Extreme Heat Precautions
The heatwave during January/February 2009 prompted the State Government, in conjunction with a number of organisations providing Home and Community Care (HACC) funded services, including Local Government, to consider strategies to assist residents who may be vulnerable or 'at risk' in such conditions.
The following links contain information that may be useful to you, a family member or a friend.
Australian Red Cross - Telecross REDi Service
The Telecross REDi service supports people by regularly calling them during heatwaves and other extreme weather events. Telecross REDi will be activated by the South Australian Department for Families and Communities, when an extreme weather event is declared.
Telecross REDi assists vulnerable and isolated people to prepare for and cope with extreme weather events.
Telecross REDi provides security for clients and their families and carers, who are assured that their loved ones are contacted regularly during extreme weather events.
Telecross REDi Service brochure(PDF, 81KB)
SES Heatwave Information
Extreme heat events can have a detrimental impact on communities. They affect many parts of everyday life such as health and wellbeing, energy and infrastructure, public transport and agriculture. They also create increased fire risk and heat stressed trees, which pose a significant threat to public safety.
There are three stages of heat stress which are outlined in this SES Heatwave guide. The most serious health effect of extreme heat events is heat stroke, which is the failure of the body's temperature control system. Heat stroke can cause severe and permanent damage to vital organs. If not treated immediately, heat stroke can result in permanent disability and even death.
The good news is there are some simple things you can do to reduce the impact of extreme heat. View the above SES Heatwave guide for details.
SES Heatwave Information & Extreme Heat Plan(PDF, 1MB)
Preventing Heat Related Illness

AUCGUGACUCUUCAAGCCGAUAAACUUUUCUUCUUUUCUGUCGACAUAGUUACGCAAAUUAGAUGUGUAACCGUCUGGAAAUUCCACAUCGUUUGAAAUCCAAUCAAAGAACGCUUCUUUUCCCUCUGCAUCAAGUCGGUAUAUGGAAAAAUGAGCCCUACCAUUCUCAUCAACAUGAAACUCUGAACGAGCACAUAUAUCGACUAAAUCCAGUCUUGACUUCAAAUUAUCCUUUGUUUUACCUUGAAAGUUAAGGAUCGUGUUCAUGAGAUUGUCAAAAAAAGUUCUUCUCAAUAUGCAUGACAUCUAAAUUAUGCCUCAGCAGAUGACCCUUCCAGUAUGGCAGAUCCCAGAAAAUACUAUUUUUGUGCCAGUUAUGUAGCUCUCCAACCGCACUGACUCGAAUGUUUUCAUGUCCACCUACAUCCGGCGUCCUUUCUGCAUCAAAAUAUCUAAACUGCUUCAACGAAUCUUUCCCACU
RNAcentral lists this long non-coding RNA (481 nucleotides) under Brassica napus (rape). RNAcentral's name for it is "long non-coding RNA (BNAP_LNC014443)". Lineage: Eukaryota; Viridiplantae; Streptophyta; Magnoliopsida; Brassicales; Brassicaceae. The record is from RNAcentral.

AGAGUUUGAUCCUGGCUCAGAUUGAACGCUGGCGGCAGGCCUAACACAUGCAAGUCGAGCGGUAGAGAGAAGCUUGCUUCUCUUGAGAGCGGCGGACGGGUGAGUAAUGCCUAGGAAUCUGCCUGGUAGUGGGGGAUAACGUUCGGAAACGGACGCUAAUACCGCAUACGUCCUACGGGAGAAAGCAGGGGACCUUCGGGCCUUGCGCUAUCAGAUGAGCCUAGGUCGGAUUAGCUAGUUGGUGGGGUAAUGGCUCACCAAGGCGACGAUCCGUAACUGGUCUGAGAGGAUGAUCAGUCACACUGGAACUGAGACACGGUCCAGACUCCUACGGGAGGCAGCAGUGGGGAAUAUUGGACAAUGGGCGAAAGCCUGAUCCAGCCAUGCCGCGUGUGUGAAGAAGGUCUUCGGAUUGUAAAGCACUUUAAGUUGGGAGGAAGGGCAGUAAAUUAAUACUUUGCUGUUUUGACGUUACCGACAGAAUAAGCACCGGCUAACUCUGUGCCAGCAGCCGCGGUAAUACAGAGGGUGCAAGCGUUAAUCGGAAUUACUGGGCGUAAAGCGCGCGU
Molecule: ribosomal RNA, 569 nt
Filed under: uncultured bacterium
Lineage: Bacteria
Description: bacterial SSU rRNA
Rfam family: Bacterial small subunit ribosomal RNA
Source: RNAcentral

During extremely hot weather, it is easy to become dehydrated or for your body to overheat. Please see a list below of how to avoid getting ill during the heat:
- Whenever possible, stay indoors with a fan or air-conditioner on to keep cool.
- If you do need to go out in the heat, try and limit your outdoor activity to early morning or evening and stay in the shade whenever you can.
- Wear lightweight, loose, comfortable clothing, a hat and plenty of sunscreen.
- Drink plenty of water to stay well hydrated and avoid alcohol or caffeine as these can make you more dehydrated.
- Avoid outdoor exercise or strenuous physical activity during extreme heat, especially in the middle of the day. Use common sense when exercising.
Preventing Heat Related Illness brochure
SA Health Website
SA Power Networks
When the power goes out be prepared with these handy tips.
- Report power outages online.
- Find out the current estimated restoration times.
- Turn off stoves and heaters to avoid starting a fire when the electricity is restored.
- A fridge and freezer will keep food colder if you don't open the door.
- Always have a torch with charged batteries handy.
- Know how to open your electric roller door or gates manually.
- Make sure you use candles carefully.
- If you or someone you know uses a life support system please note restoration times are an estimate. Implement your action plan or contact your medical practitioner.
- Don't use the lifts. You can get stuck in a lift because of power outage.
- If you get stuck in a lift, follow the emergency procedure advice in the lift.
Out and about:
- If driving in an area during a power outage, take extra care as street lights and traffic lights may not work.
- Stay clear of any fallen power lines and always assume they are live.
- In hot weather, take precautions for extreme heat. SA Health has useful tips and an Extreme Heat Guide at www.sahealth.gov.au.
- Consider the option of visiting friends or relatives who have power or go to a public place with air conditioning.
What to do During a Power Interruption